Blue and Gold Illustrated

March 2020

Blue & Gold Illustrated: America's Foremost Authority on Notre Dame Football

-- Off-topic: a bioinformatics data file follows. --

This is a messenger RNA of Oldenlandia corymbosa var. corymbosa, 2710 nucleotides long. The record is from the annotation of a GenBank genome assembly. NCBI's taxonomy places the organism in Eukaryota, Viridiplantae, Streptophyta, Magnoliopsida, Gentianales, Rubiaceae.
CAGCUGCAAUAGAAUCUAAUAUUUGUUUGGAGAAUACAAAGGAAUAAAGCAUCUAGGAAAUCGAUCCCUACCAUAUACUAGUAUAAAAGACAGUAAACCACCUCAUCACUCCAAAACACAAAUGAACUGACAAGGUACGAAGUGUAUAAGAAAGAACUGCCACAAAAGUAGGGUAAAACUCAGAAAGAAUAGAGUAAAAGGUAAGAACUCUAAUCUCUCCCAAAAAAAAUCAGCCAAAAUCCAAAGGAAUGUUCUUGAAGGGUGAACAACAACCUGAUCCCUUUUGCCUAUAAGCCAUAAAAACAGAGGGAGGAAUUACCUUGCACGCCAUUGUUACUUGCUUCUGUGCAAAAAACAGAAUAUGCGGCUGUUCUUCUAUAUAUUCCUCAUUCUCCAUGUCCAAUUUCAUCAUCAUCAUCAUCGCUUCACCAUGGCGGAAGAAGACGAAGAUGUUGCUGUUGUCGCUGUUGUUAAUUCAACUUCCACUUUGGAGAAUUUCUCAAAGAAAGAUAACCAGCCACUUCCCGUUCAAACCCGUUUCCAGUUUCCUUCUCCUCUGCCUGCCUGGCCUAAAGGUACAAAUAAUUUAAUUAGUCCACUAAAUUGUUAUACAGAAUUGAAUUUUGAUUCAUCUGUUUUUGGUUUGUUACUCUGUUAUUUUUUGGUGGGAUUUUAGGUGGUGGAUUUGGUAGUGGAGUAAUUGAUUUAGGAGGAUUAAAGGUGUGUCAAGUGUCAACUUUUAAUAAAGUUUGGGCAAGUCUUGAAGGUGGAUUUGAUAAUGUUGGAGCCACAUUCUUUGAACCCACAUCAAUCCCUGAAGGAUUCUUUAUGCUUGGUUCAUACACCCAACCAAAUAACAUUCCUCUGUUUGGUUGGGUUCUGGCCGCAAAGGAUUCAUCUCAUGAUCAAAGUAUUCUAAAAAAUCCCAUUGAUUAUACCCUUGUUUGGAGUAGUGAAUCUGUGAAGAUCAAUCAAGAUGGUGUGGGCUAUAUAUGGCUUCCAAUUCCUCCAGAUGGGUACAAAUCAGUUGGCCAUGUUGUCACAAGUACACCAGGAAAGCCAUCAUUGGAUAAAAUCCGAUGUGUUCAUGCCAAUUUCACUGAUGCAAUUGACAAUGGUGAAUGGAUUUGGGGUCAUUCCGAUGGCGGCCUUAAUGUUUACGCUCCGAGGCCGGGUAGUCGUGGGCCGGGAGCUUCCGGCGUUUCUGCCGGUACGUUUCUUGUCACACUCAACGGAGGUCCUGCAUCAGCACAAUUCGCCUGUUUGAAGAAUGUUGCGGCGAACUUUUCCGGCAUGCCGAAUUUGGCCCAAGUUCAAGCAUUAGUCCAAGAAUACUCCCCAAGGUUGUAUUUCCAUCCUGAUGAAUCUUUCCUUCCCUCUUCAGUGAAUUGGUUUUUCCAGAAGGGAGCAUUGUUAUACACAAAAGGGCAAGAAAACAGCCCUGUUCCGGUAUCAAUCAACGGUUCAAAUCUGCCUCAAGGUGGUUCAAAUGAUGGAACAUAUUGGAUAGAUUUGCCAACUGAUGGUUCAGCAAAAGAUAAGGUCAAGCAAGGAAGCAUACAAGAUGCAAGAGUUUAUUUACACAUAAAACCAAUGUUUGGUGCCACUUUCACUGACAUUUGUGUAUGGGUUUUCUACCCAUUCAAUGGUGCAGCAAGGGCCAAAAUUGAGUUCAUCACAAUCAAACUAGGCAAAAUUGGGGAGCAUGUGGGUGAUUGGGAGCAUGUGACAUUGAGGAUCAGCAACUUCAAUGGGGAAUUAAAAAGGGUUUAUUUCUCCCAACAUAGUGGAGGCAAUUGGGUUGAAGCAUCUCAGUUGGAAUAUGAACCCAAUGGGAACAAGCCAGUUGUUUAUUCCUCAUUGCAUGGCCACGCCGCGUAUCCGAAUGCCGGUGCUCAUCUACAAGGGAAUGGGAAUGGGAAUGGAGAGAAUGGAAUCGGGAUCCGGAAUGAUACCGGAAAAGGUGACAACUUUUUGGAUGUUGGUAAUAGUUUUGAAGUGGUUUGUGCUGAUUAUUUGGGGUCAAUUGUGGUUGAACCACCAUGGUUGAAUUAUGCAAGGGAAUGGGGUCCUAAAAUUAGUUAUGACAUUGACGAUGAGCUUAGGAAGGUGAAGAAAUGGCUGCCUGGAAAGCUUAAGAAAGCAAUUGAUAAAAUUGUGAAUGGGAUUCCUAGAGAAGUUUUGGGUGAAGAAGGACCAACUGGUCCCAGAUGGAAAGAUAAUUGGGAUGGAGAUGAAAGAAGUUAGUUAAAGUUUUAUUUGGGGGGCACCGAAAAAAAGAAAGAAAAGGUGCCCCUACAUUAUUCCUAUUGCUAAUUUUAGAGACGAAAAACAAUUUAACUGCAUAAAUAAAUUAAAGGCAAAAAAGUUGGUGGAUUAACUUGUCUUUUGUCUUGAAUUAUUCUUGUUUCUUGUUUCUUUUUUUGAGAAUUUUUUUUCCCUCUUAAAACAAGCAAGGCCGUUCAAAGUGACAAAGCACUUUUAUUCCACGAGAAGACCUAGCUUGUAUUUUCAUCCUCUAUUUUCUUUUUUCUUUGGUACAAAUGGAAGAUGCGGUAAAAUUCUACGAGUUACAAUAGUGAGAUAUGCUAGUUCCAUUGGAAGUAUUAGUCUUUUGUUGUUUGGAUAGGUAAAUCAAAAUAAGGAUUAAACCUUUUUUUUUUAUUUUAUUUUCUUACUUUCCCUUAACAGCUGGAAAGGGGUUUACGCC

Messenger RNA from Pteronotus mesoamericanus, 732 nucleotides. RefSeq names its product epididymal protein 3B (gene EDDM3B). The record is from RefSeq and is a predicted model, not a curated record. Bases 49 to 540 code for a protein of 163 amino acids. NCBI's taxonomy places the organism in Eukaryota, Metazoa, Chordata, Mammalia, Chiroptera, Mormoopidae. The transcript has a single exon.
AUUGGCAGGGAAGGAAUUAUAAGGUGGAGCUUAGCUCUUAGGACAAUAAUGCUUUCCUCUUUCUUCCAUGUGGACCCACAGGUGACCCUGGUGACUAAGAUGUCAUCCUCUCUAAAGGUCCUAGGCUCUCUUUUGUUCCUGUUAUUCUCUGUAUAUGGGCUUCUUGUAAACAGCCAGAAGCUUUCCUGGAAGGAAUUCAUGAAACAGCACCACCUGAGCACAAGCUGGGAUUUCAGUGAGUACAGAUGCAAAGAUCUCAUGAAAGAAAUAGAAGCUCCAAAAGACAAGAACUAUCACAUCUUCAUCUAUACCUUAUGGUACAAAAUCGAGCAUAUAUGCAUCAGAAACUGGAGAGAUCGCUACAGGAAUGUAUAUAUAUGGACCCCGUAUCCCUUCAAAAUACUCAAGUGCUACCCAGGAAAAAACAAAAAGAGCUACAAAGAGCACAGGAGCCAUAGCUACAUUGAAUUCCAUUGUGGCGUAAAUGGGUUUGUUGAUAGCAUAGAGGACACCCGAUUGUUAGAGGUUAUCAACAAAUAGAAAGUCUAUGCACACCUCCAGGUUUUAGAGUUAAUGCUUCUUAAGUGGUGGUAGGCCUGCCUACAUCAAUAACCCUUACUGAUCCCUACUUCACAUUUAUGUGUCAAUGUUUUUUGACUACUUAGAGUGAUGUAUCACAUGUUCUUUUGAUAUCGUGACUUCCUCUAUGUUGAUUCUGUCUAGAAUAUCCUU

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76 MARCH 2020 BLUE & GOLD ILLUSTRATED WOMEN'S BASKETBALL BY LOU SOMOGYI T he grieving stages, per famed psychiatrist/author Elisabeth Kubler-Ross, involve five steps known as DABDA: denial, an- ger, bargaining, depression and, fi- nally, acceptance. While a basketball defeat is incom- prehensibly minute compared to los- ing a loved one or facing one's own mortality, the 2019-20 Notre Dame women's basketball team has been a case study of gradually experiencing these five stages while staggering to a 10-14 record (5-7 in the ACC) after having been one of the top three pro- grams in the nation from 2010-19. There was the initial denial that los- ing an entire NCAA-record-breaking starting lineup, plus two transfers and three major injuries, would not set the program too far back — and maybe it will be fun to sneak up on people. Then there was stage two — anger — after the reality of the reconstruc- tion project was demonstrated during a 6-10 start that included double-digit losses at home to past ACC bottom- feeders such as Clemson and Boston College, teams Notre Dame regularly crushed by at least 30 points. The stage three bargaining was not occurring either after standout freshman guard Anaya Peoples — the team's best defender who also was averaging a team-high 8.1 re- bounds to go with 12.6 points per game — was lost for the year in mid- January with a torn right shoulder labrum that required shoulder (she had already played too many games to qualify for a medical redshirt). The stage four sadness/depression came to a head during a 90-56 home defeat to NC State Jan. 12 in an emo- tion-laden post-game conference. "I've got to do better," head coach Muffet McGraw said as she com- posed herself through tears. "I feel like I can fix it but I didn't. I'm going to keep trying, I'm going to find an answer and I'm going to fix it." The month ended with two more blowout defeats — 90-60 at a then 7-12 Virginia team and 86-54 at home versus Louisville. It was right around then that stage five acceptance set in. It wasn't about accepting losing, but more so about moving forward via baby steps rather than continuing to wallow in depression. A three-game winning streak to be- gin February, with victories at Georgia Tech (59-51) and Wake Forest (75-71) followed by a home rout of last-place Pittsburgh (74-52), provided salve. In the remaining six regular-season games, each foe ranks ahead of Notre Dame in the ACC standings, but at least now the Irish are no longer sad- dled by unrealistic expectations. "That's a good place for us to be," McGraw said after the Pitt game. "We don't have to worry about what's going on in the standings or anything like that. We just have to go in and play our game and kind of loosen up a little bit. "We looked a little bit looser — not including me, but the rest of them." SHARING PENTHOUSE TO OUTHOUSE STORIES Misery in the sports world appar- ently does gravitate toward company. For North Carolina men's basket- ball coach Roy Williams and Notre Dame's McGraw, a bond has been forged this season that prompted Wil- liams to call McGraw this January. Both are multiple national title winners — most recently Williams in 2017 and McGraw in 2018 — who have been enshrined into the Nai- smith Memorial Basketball Hall of Fame. As of Feb. 10, Williams was 881-246 (.782 winning percentage) in his 32-year career while McGraw was 845-248 (.773) in 33 seasons at Notre Dame, with 933 victories overall. However, this season has seen Wil- liams lose a school-record six straight ACC games (10-13 overall). What's more, the Tar Heels had been 59-0 at home against Clemson since their series began in 1926 — until losing in overtime to the Tigers Jan. 11. Similar to McGraw, the 69-year-old Freshman forward Sam Brunelle was averaging 13.6 points and 6.0 rebounds per game through Feb. 10, and will be a mainstay in the lineup for the next three years. PHOTO BY MIKE MILLER STAGE SETTING Notre Dame loosening into acceptance role — at least for 2019-20

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